When the women of Impact100 were first reviewing the stacks of applicants to their grant program this past February, little could they have known about the events that would dominate the news cycle in May and June.
Worldwide pandemic. International demonstrations for racial justice. Civil unrest.
But as the non-profit organization applicants were winnowed down to a final four and the news unfolded before us, Amy Bouque, president of Impact100 Metro Detroit, had a feeling that The Lawn Academy and the Micah 6 Community would come out on top.
Each received a $100,000 grant from the women of Impact100.
"All four of our finalists do amazing work. Where we are today with the pandemic and racial injustices, I predicted the two winners because I know the hearts and minds of our group," Bouque says. Deaf Professional Arts Network and Dutton Farm were named runners-up in the contest.
"All four are amazing. But today, when contextualizing what’s happening in our communities and our cities, it makes sense."
Impact100 Metro Detroit is the first Michigan chapter for the organization, which started in Cincinnati and now has more than 50 chapters across the country, and even a few in Australia and the UK, too.
The basic concept is what happens when 100 women donate $1,000 each, resulting in a large grant for a well-deserved organization. Non-profits apply for the grant, a group of finalists is named, and members then vote on whichever group they believe deserves the money. The organization with the most votes wins.
The Metro Detroit chapter has grown since its founding in 2015. Impact100 has more than 200 members now, allowing them to give two $100,000 grants for the first time.
They’re on track to have 300 members next year and 500 just a couple years later. The goal is to give five $100,000 grants to organizations in the following categories: Arts and culture, education, environment, human services, and urban revitalization.
"The only thing we really have in common is our gender," Bouque says.
"It’s a very diverse group, with women in their early 20s to their 80s. We have women in the corporate world, we have stay-at-home moms, we have retirees.
"We come at it with different experiences and perspectives."
Though it may be a diverse group of women, affecting positive change is what unites them.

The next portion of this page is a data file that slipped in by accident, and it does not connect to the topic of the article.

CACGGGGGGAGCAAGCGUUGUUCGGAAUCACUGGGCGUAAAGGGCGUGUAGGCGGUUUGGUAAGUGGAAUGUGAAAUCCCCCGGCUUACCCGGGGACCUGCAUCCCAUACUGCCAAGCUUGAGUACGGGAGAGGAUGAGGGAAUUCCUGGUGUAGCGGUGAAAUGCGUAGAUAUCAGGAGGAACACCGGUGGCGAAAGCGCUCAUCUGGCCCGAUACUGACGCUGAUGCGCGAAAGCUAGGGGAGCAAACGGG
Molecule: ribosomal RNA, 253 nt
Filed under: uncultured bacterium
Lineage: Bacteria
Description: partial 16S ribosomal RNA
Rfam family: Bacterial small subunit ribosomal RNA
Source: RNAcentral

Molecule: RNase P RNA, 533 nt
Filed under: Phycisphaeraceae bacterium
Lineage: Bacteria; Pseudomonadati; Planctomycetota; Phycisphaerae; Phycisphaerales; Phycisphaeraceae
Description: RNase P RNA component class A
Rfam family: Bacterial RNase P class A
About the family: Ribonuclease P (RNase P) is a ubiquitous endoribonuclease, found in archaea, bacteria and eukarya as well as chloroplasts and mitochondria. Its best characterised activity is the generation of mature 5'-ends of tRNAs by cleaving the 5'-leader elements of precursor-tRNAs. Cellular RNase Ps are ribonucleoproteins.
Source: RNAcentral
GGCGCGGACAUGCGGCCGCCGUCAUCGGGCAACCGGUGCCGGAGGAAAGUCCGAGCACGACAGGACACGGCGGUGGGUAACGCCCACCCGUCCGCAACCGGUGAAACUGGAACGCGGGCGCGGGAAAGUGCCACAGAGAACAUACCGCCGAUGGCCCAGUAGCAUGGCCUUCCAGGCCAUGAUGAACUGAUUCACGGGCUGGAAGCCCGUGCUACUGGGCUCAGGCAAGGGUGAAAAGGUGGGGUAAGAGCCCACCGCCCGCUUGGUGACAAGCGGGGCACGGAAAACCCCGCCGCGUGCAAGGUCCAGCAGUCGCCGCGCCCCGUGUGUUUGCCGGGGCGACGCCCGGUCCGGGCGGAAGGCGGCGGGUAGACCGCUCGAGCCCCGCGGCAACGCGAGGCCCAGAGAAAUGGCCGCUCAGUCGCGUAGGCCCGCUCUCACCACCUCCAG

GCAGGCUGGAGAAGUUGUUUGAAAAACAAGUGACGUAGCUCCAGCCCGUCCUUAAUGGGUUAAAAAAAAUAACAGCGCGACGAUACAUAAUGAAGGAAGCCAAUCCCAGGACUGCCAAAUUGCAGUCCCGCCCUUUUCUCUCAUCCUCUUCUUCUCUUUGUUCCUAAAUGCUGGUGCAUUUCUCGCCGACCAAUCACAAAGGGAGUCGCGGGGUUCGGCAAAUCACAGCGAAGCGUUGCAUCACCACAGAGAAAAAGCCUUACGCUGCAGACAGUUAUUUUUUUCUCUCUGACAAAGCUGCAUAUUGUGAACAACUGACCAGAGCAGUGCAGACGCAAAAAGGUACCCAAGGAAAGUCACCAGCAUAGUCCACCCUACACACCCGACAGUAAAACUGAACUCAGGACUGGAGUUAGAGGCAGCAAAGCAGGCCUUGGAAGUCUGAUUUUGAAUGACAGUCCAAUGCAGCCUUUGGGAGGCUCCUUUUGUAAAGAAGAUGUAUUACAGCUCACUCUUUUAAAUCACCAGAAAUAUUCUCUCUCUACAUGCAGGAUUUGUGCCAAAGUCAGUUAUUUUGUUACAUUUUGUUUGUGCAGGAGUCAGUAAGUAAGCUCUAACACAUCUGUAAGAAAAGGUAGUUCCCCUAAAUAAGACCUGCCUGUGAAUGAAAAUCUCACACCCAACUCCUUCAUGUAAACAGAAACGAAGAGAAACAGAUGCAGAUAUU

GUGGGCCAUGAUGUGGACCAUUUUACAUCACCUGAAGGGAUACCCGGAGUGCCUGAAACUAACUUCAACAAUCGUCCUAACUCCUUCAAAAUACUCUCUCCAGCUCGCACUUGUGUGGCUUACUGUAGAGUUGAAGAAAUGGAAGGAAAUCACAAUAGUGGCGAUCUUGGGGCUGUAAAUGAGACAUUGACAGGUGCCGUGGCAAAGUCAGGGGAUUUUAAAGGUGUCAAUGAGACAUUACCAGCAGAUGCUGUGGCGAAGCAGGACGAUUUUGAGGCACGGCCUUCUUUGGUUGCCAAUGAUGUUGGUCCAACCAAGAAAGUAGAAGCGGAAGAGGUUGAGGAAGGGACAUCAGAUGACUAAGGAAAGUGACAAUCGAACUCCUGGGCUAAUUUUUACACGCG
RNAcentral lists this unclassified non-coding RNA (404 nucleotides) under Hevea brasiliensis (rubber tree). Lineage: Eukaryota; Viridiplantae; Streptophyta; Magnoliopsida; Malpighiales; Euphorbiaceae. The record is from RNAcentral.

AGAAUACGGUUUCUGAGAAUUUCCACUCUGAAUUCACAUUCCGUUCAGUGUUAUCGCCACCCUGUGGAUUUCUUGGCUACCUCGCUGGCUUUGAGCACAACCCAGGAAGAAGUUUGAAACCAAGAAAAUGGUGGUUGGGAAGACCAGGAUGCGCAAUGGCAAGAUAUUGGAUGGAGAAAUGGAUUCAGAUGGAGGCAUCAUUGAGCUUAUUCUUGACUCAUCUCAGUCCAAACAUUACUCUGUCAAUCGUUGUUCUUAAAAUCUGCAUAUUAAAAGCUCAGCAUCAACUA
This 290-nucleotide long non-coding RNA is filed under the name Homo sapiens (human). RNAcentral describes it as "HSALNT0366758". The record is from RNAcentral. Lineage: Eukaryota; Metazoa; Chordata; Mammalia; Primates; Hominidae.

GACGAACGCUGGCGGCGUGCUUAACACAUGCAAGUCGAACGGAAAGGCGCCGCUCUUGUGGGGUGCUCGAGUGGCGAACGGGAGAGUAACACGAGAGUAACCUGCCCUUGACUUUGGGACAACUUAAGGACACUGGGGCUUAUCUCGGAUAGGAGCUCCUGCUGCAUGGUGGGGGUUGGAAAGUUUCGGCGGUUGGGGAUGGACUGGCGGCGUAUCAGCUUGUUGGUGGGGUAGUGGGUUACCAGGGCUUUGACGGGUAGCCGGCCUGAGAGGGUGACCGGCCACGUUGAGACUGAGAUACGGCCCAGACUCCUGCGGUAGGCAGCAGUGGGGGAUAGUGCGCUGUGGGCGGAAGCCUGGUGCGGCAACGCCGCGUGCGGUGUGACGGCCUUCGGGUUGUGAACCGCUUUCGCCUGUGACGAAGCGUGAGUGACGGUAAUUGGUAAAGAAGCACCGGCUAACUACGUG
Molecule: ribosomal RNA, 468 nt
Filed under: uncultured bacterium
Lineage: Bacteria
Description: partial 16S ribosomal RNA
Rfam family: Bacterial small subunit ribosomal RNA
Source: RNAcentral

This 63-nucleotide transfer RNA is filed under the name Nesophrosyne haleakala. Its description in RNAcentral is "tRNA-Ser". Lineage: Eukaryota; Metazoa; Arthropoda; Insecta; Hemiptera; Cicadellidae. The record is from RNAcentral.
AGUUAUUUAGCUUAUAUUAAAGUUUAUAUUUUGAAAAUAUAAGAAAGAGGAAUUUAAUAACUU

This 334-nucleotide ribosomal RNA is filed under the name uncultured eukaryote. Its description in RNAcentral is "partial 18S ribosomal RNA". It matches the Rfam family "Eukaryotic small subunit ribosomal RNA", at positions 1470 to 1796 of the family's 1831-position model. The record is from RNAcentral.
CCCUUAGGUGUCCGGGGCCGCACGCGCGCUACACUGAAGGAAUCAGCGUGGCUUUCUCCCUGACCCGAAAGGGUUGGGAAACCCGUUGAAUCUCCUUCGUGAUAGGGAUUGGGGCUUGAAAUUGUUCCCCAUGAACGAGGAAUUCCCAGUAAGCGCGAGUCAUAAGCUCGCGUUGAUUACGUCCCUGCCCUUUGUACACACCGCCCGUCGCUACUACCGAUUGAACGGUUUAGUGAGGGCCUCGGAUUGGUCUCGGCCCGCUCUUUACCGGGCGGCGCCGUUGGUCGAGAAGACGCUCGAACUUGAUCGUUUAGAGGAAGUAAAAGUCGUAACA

Previous winners include The Empowerment Plan, an organization that hires homeless women to sew sleeping bag coats, which are then given to the homeless; Downtown Boxing Gym, an after-school academic, and athletic program; Maggie’s Wigs 4 Kids, an organization that provides wigs to children experiencing hair loss due to illness and treatment; and Zaman International, a humanitarian organization that focuses on marginalized women and children.
Three of the four have since been recognized by CNN’s Heroes project.
"Our women have the uncanny ability to find really fantastic groups and transformational leaders," Bouque says.
"When we met with Micah 6, they said they had looked for funding and a funding source turned them down and told them that no way would they win an Impact100 grant either. Since they’ve won, that funding source has reached back out to them."
The Micah 6 Community is a community development group in Pontiac. The organization runs a community garden and the Sprout Fresh Food Store, which offers fresh produce at low prices.
This year’s other winner, The Lawn Academy, is a Detroit-based college immersion and academic enrichment program for young people aged 11 to 19 years old. The students start going to college classrooms at 11 years old. When not in class, they provide free lawncare services to the city’s elderly population, veterans, and people with special needs.
Each received a $100,000 Impact100 grant, announced earlier this month.
"We’re not heroes. We just want to fuel transformational change," Bouque says.
"These organizations, they’re the heroes."